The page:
By Dr. Charlie W. Starr
We’ve been discussing how to experience art: how to look at paintings, sculpture, and architecture and how to read literature. This month we look at how to watch movies and television. “But don’t we already know how to watch TV? Just grab the remote and press the ‘On’ button.” That is the first problem.
Content Versus Method
For years Christians have complained about the content of television and rightly so. (By the way, peopled have been complaining about the content of art for centuries, long before TV programs and movies. All types of art can be both wonderful and dangerous.)
The issue of content is the easy one: monitor what you and your children watch. Choose not to watch movies or television that will cause you to stumble in some way. Be honest with yourself about this and think about your thoughts and feelings when you’re watching a movie or show. Choose what you will and won’t watch, and if you need help, get someone to help you keep your integrity regarding holiness in your viewing.
The more complicated issue concerns method. Do you remember when computers exploded onto the scene in the 80s and 90s, and eventually even people who didn’t care about them couldn’t ignore them? They became so pervasive that schools started scrambling to teach computer literacy. (Today many colleges are discontinuing computer literacy courses because grade schools teach it, and most students get it at home before they even get to school.) But no one ever talked about television literacy. You just turn it on. Right? Like I said, that’s the problem. Just because we can watch TV and movies without being taught how to, doesn’t mean we should. I try my best not to be a mindless couch potato when I watch TV and movies (I don’t always succeed), and I’ve taught my family to do the same. We can’t afford to be mindless in our viewing regardless of the content. So let’s talk about how to be mindful.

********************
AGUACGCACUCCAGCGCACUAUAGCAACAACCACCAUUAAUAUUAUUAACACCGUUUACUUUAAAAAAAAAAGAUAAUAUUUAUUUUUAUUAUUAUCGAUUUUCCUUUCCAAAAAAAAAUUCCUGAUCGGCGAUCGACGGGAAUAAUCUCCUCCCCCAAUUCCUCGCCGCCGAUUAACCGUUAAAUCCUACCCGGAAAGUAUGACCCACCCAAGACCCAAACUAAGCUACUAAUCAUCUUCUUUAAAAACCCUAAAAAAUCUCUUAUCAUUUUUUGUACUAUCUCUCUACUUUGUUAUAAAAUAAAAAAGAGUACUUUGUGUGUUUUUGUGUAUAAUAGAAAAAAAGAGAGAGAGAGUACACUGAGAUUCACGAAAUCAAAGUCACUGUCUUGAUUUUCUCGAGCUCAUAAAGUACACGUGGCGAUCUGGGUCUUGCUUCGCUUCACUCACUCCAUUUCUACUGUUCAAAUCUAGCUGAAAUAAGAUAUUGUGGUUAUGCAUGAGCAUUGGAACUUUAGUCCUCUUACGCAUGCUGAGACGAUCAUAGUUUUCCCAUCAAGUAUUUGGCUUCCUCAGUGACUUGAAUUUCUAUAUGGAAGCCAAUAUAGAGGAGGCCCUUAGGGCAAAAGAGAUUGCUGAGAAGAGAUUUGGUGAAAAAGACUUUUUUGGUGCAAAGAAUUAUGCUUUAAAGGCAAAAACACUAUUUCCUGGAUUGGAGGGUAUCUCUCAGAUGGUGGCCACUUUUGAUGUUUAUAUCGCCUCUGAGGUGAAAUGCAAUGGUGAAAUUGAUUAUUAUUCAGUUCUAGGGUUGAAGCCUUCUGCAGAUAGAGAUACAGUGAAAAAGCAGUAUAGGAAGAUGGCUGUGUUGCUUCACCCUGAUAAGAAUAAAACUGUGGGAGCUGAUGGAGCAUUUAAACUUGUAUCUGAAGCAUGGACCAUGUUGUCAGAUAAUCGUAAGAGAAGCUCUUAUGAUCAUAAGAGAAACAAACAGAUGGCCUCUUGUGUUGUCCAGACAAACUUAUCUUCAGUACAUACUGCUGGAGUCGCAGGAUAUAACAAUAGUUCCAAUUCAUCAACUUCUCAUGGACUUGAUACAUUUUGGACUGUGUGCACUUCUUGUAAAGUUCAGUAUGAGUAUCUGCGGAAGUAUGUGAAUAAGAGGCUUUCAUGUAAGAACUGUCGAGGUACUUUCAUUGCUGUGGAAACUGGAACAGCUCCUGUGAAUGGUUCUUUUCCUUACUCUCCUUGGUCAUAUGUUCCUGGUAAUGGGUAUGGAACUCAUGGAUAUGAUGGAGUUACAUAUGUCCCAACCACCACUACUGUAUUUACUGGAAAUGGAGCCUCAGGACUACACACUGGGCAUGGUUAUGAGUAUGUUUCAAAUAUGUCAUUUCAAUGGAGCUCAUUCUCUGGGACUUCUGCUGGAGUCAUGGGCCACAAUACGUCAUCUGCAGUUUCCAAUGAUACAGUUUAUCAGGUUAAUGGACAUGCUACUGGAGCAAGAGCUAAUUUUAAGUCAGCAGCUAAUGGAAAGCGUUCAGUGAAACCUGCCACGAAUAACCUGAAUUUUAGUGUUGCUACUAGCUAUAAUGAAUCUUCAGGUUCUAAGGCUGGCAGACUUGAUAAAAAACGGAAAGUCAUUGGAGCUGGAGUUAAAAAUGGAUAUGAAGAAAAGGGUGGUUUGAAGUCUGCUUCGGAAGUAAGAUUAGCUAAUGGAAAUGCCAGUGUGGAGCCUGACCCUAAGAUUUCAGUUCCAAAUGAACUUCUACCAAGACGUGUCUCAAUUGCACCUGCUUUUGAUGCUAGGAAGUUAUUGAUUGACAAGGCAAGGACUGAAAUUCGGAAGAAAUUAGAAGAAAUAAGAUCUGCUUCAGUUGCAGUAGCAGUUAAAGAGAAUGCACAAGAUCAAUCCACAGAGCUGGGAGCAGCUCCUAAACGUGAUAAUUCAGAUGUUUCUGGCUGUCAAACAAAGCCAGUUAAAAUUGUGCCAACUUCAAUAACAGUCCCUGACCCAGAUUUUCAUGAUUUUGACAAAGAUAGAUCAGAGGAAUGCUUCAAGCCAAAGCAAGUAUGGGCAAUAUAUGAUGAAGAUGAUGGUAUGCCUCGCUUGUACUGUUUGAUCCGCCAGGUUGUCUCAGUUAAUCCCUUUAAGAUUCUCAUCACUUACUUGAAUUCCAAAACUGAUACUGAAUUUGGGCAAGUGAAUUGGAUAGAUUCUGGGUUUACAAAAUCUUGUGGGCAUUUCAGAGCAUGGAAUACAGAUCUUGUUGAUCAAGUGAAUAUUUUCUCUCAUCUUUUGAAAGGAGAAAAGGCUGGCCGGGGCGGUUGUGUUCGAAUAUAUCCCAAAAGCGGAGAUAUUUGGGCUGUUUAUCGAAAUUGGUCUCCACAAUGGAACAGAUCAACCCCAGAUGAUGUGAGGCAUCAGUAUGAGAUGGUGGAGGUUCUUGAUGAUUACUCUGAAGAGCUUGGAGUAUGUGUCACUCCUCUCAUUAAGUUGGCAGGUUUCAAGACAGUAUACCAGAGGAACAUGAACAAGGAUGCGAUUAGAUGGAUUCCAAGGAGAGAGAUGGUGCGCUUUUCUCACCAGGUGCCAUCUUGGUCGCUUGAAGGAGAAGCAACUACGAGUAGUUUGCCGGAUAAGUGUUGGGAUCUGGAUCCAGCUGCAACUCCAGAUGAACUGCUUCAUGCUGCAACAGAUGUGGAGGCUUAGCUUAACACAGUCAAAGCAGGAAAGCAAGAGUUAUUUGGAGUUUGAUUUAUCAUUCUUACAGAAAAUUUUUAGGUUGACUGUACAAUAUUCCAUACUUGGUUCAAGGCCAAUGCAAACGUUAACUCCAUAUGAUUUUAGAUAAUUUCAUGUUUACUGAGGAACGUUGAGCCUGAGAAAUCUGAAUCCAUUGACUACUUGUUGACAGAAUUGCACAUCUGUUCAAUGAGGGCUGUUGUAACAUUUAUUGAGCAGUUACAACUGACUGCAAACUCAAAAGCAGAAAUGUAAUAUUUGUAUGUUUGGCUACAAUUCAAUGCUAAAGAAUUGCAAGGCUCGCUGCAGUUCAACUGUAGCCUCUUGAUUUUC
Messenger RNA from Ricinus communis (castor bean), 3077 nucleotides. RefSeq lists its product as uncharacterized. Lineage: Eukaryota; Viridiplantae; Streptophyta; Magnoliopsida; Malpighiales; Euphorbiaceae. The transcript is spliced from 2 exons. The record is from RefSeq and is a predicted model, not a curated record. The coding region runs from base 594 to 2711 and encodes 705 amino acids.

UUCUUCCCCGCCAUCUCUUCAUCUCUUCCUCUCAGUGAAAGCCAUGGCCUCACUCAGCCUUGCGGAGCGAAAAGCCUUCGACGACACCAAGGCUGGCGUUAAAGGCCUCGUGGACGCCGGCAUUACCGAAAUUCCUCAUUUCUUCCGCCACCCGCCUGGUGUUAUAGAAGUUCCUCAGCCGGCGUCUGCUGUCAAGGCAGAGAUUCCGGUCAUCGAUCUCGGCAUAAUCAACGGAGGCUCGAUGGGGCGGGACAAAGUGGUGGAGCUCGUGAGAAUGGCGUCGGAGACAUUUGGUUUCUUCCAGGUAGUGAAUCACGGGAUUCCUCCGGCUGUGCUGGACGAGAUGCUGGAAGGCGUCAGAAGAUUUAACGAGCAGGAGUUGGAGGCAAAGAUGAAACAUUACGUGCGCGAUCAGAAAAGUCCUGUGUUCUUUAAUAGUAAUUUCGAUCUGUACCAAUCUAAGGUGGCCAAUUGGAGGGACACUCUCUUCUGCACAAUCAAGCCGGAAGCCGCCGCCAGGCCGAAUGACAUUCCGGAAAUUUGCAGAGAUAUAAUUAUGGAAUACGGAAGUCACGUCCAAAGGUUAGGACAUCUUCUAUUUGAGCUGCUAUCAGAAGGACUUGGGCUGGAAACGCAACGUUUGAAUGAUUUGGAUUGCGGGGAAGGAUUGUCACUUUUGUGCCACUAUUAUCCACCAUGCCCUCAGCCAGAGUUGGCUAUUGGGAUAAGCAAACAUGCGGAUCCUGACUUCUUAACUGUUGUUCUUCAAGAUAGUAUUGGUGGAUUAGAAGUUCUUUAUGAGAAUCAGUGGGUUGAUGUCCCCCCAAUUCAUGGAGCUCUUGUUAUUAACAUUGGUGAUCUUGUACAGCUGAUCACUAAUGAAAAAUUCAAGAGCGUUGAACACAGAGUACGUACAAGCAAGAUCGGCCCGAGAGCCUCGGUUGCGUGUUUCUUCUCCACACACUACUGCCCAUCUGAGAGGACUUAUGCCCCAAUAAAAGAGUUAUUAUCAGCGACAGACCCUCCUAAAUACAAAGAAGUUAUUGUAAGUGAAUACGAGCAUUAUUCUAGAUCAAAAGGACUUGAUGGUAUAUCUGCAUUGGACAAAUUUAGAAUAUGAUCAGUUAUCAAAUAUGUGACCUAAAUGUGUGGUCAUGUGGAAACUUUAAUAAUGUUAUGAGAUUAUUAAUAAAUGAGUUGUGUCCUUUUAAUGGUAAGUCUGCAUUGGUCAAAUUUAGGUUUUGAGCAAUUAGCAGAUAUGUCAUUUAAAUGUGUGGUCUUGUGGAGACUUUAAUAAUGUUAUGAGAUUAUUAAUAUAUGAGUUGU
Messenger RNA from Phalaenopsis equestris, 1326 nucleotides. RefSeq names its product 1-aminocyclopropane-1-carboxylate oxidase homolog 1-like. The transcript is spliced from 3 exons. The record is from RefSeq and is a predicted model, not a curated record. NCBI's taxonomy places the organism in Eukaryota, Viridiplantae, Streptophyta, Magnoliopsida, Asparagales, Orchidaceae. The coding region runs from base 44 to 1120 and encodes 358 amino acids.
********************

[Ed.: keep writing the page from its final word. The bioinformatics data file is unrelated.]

Technique, Technique, Technique!
One of the best ways to watch film or TV thoughtfully is to pay attention to film techniques. Here’s a quick list of things to look for.
Understand the plot: films tend to follow a three act structure with a problem established, a series of challenges where the hero is tested to see if he or she can do what it takes to overcome the problem, and a final confrontation. Many films make use of a MacGuffin, a single object or task around which the entire film revolves (for example, Indiana Jones searching for the lost Ark or the Holy Grail). As with literature, also pay attention to the characters. What are their problems? How do they grow? What must they overcome?
Pay attention to how cameras are set: their angles (a low camera angling up makes a person look larger than life; a high camera angling down makes a person look small and vulnerable), and their motions (such as track, dolly, zoom, pan, tilt, and crane—all can be used for various effects). Then pay attention to the construction of the frame. A good director is like a good painter. He will be concerned about every element within his “canvas” (that canvas being everything inside the frame of the camera lens). He’ll be concerned about what’s in the top, middle, and bottom thirds; the left, middle, and right thirds; the foreground (up close to the camera) and background; and even with what’s not in the camera frame (called the “off screen space”—think about how a film can frighten you by not showing what’s just outside the frame).
In addition, then, look at editing techniques (how images are joined together, placed one after the other, paced for action or drama), lighting (soft or hard, foreground or background, light and shadows combined for various effects), color (in costumes, sets, even makeup), set design, music, and the use of various film conventions (such as suspense music, match cuts, or parallel development—cutting among several story lines at once so we see how each one develops simultaneously).
Finally, read a book or two about film technique. There are plenty of good books out there that teach viewers how to watch movies.
Dr. Charlie Starr teaches English, Humanities, and Film at Kentucky Christian University in Grayson, Kentucky.
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